Junior Ganymede
We endeavor to give satisfaction

Muslims or the Two-Day Weekend: the West Must Dispense With One or the Other

October 10th, 2012 by Adam G.

I do not think Islam is evil or incompatible with liberal democracy or necessarily committed to violent jihad or to imposing sharia law on others or to the dhimmization of Christians and Jews. I am more than half-convinced that Mohammed was a genuine prophet. If so, Islam, I take it, is likely an imperfect vessel of his revelation. Islam is mistaken in much, especially in its ignorance of Jesus the Son of God. But it has much that is praiseworthy and of good report, and many practitioners and practices that are virtuous. When Dan Peterson praises Islam and treats Muslims as potentially valued members of the American Protestant-Catholic-Jew-Mormon synthesis, he has my sympathy.

But not altogether.

My failure to be altogether in sympathy is not because of my beliefs that in its modern expressions in the Middle East Islam has gone wickedly into obscurantism and violence; nor because as a patriot of Christendom I love the stories of Vienna and Lepanto and Malta and will make qualified apologies for the Crusades; nor because of my recognition that Western civilization has surpassed Islamic civilization. In my view, none of these need prevent good Muslims from being good Americans, or for an American Islam from finding its place.

I am not altogether sympathetic for another reason.

Religions and calendars go hand in hand together. Mormons and American Protestants don’t always know it, because we are the least liturgical of peoples. But even with us, ritual is calendarized. We worship weekly, on Sundays. Monday night, FHE. Wednesday, youth activities. Fast Sunday on the first of the month. General Conference in April. General Conference in October. Pioneer Day, Thanksgiving, Christmas, Easter. Christianity is a calendared religion from the opening chapter of Genesis.

America is not a formally religious polity. But it is a Christian nation. Jews were and have been able to join as part of the organic American community because they share some religious heritage in the Old Testament. More importantly, they have been able to join because many Jews have started to worship on Sundays and because other Jews worship on Saturdays, which is part of the weekend.

Muslims have the shared religious heritage. What they don’t have is week-end worship. Until they do–I’m serious about this–they must remain an alien element in American life and their religious expression should neither be encouraged nor celebrated by American patriots.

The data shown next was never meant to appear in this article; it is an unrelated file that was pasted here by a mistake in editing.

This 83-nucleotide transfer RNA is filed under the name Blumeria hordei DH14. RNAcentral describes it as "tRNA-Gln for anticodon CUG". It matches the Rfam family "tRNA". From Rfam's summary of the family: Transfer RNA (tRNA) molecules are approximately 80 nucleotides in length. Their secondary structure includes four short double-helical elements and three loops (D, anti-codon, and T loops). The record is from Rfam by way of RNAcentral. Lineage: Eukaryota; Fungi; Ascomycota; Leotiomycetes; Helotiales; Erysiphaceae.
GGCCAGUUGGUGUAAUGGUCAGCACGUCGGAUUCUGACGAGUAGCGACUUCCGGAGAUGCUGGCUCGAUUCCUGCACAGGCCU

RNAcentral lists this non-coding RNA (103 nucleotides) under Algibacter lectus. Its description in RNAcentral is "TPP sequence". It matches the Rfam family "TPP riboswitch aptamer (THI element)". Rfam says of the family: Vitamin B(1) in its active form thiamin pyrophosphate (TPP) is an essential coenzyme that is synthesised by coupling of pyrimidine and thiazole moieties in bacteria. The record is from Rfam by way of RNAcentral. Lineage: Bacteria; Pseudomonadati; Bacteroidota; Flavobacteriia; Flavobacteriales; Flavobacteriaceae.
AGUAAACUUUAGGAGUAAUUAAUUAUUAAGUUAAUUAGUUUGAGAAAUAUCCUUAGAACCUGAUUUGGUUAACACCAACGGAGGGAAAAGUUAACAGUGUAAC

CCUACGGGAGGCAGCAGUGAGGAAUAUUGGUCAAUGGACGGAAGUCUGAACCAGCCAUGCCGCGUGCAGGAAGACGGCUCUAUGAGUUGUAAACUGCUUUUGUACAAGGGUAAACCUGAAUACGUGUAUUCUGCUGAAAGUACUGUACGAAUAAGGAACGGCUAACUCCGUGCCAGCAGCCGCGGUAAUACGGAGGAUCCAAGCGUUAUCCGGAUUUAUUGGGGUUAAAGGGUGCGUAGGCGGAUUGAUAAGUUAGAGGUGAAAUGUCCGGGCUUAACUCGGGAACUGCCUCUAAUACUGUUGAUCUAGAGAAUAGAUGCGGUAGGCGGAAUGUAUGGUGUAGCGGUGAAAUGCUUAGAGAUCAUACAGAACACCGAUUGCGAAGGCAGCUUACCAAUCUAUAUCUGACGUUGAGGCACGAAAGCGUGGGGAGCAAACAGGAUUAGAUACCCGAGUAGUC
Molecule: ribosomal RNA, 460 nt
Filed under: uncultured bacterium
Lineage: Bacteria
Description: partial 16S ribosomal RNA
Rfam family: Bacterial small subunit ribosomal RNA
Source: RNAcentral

The alternative to Muslims worshipping on Sundays in western countries is having a three-day weekend beginning on Friday. Which alternative I and the First Amendment would prefer I leave as an exercise for the reader to decide.

Comments (3)
Filed under: Deseret Review | Tags: ,
October 10th, 2012 10:42:44
3 comments

Adam Greenwood
October 10, 2012

In Israel, the church meets on Saturdays. Middle Eastern branches of the church meet on Fridays.

This is right and proper. In its way, it is an extension of Article of Faith 11 where we commit to sustaining the civil power. The civil power isn’t just the formal government but is broadly the norms and societal conventions that hold a community together.


Zen
October 10, 2012

I could certainly live with a three day weekend. We in the West tend to overwork ourselves anyway, when we are not too idle.

However, what does concern me (and I am undecided about) is the threat of Radical Islam. Orson Scott Card, contrary Mormon Democrat with a love for a good twist ending, thinks we are taking a Neville Chamberlain approach here, when we really need more Churchill. He has a article up about unloading this war, as he puts it, on his site at Hatrack River.


Zen
October 10, 2012

The article that I mentioned, by Orson Scott Card
http://www.hatrack.com/osc/reviews/everything/2012-10-04.shtml

Leave a Reply